A Letter To My MP, The Hon. Ed Fast

By on April 24, 2015

From Facebook. Richard Toews sent us this open letter to MP Ed Fast; a brief summary of Fast’s reaction; and, a follow up response.

Cover photo of Richard Toews by Elaine Innes


Dear Hon. Ed Fast:

No doubt, you and your government are aware of the growing concern over Bill C-51. We have learned that over 60 businesses across the country are opposed to the passing of this bill; we have learned that the Canadian Bar Association has denounced this bill. Indeed, the numbers of people across the country calling on Stephen Harper to rethink this madness are growing daily.

It is my considered opinion that should your government pass this legislation, your government will abrogate its right to call itself a defender of the freedoms that come with democracy. At first glance, you may smirk at the suggestion that in such a case, your government will embrace the principles of tyranny. It is a very easy road from the point at which your government now embarks to its logical conclusion; our country will no longer own the right to call itself a safe haven for anyone except an oligarchic few.

I urge you and your government to take seriously the mandate Stephen Harper has always claimed to value above political ambition (indeed he came to power on that very platform); to place the will of the people ahead of political gain. Please join with so many and staunch the flow of your leader’s arrogance.

With respect
Richard Toews (a member of your constituency)



Some of you may have read my open letter to the Hon. Ed Fast, my MP. Some of you reposted it.

Mr. Fast has responded. No big surprise. He disagreed. He didn’t like some of the words I used, like: “Tyranny” “arrogance,” “oligarchic,” “madness.” Here is my response. It’s longish

Dear Hon. Ed Fast:

Thank you for your response. I appreciate your speedy reply.

It comes as no surprise that you find the words, “madness”, “tyranny”, “oligarchic”, and “arrogance” problematic. Indeed if they were words you might be comfortable with (although who, in their right mind, could possibly find these words comforting?), such a condition would most certainly challenge your own integrity for defending a piece of legislation over which even members of the RCMP have grave concerns as reported by Canadian Press:

“The resource challenge is ‘negatively impacting’ the force’s ability to do everything it’s expected to do, says Mike Cabana, deputy RCMP commissioner for federal policing.

‘As a result, the RCMP recognizes that it needs to find a longer-term solution to be able to respond to the breadth of its federal policing mandate,’ Cabana told the Senate national security committee Monday.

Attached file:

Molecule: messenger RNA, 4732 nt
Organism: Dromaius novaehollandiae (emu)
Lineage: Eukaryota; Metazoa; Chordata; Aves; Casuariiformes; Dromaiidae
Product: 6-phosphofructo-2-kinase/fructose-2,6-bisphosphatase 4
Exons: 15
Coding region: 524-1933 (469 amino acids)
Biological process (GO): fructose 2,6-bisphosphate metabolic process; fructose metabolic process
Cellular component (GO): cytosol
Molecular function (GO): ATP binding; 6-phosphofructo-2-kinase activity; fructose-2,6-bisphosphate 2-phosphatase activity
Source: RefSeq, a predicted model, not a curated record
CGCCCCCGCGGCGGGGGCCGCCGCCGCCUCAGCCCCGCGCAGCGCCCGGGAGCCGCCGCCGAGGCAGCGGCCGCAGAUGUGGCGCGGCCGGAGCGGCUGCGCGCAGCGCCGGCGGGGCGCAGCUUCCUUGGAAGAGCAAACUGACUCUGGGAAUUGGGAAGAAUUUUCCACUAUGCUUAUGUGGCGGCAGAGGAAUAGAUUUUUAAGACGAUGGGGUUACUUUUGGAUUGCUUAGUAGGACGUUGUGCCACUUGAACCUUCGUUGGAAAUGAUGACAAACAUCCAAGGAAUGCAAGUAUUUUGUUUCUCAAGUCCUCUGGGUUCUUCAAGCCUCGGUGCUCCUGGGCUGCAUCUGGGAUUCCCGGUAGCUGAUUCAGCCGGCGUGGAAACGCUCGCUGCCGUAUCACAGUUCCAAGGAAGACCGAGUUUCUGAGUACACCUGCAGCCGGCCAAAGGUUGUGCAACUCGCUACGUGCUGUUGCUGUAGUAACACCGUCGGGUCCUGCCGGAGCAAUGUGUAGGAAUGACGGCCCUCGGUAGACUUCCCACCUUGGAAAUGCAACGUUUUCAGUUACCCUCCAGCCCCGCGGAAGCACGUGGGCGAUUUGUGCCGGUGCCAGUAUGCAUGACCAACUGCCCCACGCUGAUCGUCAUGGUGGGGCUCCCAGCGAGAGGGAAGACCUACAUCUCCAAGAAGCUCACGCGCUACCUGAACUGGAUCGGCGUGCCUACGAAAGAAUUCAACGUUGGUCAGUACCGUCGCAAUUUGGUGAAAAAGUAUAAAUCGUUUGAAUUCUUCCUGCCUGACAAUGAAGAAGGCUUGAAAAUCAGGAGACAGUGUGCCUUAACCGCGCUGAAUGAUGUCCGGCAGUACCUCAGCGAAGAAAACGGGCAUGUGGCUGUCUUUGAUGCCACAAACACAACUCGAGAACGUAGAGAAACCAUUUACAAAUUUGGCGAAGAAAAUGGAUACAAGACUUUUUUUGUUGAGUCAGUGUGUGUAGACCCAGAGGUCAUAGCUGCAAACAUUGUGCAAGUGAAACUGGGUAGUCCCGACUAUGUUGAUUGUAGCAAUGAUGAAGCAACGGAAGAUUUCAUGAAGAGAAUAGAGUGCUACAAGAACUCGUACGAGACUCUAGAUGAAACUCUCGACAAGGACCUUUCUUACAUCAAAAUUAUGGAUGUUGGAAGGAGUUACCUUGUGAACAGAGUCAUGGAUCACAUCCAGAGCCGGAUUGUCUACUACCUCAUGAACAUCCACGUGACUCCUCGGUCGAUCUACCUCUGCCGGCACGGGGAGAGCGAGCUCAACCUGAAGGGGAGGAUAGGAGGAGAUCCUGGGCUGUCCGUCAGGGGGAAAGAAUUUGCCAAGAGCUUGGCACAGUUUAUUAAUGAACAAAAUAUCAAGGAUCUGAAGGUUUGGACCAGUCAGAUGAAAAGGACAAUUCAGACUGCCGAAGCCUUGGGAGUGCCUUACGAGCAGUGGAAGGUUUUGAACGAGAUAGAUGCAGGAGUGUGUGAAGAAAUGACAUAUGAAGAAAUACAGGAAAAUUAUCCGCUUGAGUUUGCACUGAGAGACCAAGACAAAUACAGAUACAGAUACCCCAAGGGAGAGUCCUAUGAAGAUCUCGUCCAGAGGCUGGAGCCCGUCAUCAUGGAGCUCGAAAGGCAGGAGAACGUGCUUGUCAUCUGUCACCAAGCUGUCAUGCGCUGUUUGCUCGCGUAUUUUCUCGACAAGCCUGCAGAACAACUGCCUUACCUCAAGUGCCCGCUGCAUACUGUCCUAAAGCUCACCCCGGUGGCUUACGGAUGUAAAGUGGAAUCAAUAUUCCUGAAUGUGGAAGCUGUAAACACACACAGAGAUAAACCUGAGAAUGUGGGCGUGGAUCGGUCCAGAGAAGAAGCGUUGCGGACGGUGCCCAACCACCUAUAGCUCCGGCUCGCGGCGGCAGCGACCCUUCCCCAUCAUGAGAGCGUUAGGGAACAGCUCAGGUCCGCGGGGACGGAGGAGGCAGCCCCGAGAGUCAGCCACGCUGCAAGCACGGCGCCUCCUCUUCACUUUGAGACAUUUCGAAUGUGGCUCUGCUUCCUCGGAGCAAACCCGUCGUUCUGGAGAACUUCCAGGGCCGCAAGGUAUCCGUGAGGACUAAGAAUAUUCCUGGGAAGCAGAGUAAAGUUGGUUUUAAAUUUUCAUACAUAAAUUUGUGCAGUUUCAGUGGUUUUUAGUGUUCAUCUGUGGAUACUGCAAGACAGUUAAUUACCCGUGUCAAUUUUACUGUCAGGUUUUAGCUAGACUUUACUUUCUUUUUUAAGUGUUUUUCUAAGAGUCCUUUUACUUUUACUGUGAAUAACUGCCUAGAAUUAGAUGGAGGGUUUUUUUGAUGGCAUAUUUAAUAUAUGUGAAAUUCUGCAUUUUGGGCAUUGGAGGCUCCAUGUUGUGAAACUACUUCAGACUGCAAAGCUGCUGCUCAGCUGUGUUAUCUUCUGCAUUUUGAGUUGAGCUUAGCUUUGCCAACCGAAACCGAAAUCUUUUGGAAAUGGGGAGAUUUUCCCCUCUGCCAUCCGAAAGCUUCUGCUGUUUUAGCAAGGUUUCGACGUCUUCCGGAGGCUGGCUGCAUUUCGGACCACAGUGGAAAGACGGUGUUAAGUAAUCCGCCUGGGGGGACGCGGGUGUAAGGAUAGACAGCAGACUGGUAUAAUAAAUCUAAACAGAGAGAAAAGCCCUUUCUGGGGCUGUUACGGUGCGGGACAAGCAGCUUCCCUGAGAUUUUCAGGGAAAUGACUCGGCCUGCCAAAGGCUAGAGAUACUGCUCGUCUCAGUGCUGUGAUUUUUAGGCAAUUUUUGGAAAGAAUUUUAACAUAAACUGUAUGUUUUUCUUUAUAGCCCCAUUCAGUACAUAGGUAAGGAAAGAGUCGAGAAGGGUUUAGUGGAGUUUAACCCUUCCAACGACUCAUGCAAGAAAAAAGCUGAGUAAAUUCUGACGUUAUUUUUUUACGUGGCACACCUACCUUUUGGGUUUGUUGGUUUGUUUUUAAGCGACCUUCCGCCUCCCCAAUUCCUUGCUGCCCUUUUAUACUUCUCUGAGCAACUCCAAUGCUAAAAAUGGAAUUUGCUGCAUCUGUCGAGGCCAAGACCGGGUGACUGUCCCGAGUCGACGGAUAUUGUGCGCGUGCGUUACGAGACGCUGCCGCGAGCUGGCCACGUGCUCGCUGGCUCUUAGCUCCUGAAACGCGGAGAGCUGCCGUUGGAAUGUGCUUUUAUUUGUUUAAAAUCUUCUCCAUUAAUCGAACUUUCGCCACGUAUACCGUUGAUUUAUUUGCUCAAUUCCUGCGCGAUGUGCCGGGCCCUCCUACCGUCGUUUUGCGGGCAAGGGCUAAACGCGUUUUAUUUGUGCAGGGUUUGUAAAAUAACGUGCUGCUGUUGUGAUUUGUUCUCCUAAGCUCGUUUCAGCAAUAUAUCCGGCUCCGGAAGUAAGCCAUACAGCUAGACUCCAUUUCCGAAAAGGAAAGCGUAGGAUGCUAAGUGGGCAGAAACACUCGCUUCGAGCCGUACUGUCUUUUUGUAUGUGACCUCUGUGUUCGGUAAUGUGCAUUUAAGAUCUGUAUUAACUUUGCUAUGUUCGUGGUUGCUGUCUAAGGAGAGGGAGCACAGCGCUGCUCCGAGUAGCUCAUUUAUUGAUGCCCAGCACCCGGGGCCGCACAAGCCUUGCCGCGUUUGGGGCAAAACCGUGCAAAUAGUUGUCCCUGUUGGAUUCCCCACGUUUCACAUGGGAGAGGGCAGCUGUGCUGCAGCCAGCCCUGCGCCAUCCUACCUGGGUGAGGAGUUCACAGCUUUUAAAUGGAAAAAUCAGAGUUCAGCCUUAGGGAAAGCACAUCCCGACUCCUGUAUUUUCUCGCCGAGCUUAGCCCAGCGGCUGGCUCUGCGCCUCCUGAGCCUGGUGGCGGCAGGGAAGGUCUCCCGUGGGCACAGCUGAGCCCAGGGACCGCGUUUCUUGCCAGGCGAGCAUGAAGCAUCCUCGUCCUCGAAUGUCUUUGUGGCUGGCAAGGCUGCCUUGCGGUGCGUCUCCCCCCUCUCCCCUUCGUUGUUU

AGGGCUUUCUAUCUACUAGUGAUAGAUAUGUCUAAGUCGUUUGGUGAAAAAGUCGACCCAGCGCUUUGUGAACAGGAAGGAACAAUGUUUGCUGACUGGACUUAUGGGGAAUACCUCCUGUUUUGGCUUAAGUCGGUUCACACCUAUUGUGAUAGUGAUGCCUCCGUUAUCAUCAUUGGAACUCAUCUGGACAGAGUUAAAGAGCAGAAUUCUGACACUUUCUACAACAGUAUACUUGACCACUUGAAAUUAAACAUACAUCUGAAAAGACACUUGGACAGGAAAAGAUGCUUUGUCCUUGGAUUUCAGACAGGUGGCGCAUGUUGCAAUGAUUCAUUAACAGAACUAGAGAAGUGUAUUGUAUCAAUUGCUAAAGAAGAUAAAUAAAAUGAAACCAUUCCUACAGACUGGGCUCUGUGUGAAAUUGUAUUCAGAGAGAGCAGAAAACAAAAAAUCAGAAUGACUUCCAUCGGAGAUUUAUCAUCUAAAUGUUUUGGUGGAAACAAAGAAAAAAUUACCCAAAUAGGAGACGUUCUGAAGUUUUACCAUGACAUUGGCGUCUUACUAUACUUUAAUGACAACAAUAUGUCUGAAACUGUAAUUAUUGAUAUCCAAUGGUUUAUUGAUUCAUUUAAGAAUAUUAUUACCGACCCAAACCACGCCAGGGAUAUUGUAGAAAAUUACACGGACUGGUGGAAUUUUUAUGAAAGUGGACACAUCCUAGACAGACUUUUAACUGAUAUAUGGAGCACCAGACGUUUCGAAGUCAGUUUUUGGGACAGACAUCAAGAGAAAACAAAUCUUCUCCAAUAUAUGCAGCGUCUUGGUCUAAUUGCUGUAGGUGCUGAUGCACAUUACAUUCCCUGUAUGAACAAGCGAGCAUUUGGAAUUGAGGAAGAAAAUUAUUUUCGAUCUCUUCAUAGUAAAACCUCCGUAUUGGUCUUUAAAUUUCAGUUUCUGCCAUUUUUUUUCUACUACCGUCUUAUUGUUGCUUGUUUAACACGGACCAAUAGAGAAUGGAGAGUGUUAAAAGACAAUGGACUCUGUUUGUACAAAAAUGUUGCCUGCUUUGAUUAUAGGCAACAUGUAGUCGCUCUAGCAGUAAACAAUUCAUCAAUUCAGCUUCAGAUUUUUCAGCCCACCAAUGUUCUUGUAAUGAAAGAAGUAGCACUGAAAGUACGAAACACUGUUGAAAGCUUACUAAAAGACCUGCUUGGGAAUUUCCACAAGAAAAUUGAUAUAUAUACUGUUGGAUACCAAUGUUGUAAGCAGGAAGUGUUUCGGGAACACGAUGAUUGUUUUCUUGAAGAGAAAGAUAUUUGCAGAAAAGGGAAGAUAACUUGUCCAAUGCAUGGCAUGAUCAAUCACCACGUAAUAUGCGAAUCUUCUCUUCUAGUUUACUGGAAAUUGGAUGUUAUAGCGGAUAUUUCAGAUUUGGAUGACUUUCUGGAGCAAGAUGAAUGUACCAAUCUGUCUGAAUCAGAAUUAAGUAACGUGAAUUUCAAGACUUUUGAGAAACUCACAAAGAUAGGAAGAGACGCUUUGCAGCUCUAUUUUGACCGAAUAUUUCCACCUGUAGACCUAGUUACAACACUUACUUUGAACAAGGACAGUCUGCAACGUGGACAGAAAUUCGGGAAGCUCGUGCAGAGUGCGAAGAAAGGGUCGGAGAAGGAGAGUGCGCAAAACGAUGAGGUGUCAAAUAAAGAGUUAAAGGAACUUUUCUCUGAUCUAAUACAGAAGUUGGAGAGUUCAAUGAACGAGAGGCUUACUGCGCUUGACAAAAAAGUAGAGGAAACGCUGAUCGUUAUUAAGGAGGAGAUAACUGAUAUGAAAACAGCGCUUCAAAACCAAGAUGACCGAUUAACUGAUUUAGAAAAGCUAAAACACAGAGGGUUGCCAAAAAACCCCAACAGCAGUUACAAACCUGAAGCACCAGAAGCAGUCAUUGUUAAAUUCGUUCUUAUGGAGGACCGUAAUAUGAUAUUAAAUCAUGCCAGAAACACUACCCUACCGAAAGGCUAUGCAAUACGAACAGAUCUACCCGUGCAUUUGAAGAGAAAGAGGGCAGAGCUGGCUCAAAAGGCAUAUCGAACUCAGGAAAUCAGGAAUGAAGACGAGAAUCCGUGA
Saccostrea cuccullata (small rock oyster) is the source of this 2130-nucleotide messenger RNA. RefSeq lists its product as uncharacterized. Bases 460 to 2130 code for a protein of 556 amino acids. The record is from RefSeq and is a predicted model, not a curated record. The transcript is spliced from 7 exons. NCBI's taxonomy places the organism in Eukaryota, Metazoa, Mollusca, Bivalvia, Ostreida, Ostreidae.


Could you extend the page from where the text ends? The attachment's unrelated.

‘I can’t tell you what our solution is because we don’t have a solution right now. So we are looking at options.’

“Concerns about the threat of homegrown extremism have prompted the RCMP to move more than 600 officers to the terrorism file from organized crime cases and other areas” (Canadian Press, April 22, 2015).

Indeed, I would be a fool to think you might take my comments with any degree of veracity for that would place you in a very uncomfortable situation. How could you legitimately, then, remain in Cabinet, or even stand alongside this government and still be true to your own self, your sense of dignity and integrity. I am assuming, of course, you still operate with some principles that have a measure of integrity built within.

You take issue with the words “tyranny,” and “oligarchic.” To begin, let me assure you that I use words as carefully as I can, I try to avoid bandying about words that are highly charged. My sense, from reading your response, is that you prefer a more gentle approach, a civil approach.

We are long past the point of civility, the need for gentle language. That our country is in crisis is in no way disputable. We have witnessed on our home shores acts of violence against out most cherished tradition, Parliament itself. We have heard from reports that there exist those who would love nothing more than to bring hurt to our land. In times like these, a fear has descend[ed] upon the land; but it is a fear that has been most deftly manufactured, managed and manipulated by your government; a fear, I fear, that becomes a pretext to your government’s seeking greater power. That, Mr. Fast, is the mark of cynicism rather than honourable governance.

But to return to the point at hand. Why do I use words such as “tyranny,” and “oligarchic?” Aldous Huxley once said: “A democracy which makes or even effectively prepares for modern, scientific war must necessarily cease to be democratic. No country can be really well prepared for modern war unless it is governed by a tyrant, at the head of a highly trained and perfectly obedient bureaucracy” (Ends and Means). Continuing along this vein, James Madison wrote: “The means of defence against foreign danger have been always the instruments of tyranny at home. Among the Romans, it was a standing maxim to excite a war, whenever a revolt was apprehended. Throughout all Europe, the armies kept up under the pretext of defending, have enslaved the people” (Notes of Debates in the Federal Convention 07 1787). To dismiss the charge I made in my first letter to you, as a device to weaken my argument is an indication that you are either, uncomfortable because there may be a modicum of truth, or nothing more than the ravings of a lunatic, suggests to me some measure of arrogance on your part. If true you are bound to do something responsible about it (perhaps challenge our Prime Minister, but I suspect that might be more difficult – I have no evidence for this, but I suspect he does not harbour discontent with any degree of magnanimity). If, then, true that tyranny exists and you choose not to act, it is only by arrogance that you make this choice. If, however I am, by your perception, a lunatic (although not legitimately determined), then in either case it is beneath you to take my concerns seriously.

One final word on tyranny, though. This is reserved for a man much more intelligent than I, a man who has no problem with using uncomfortable, impolite terms to bolster his argument. The man is Chris Hedges. Here are words he wrote about Bill C-51: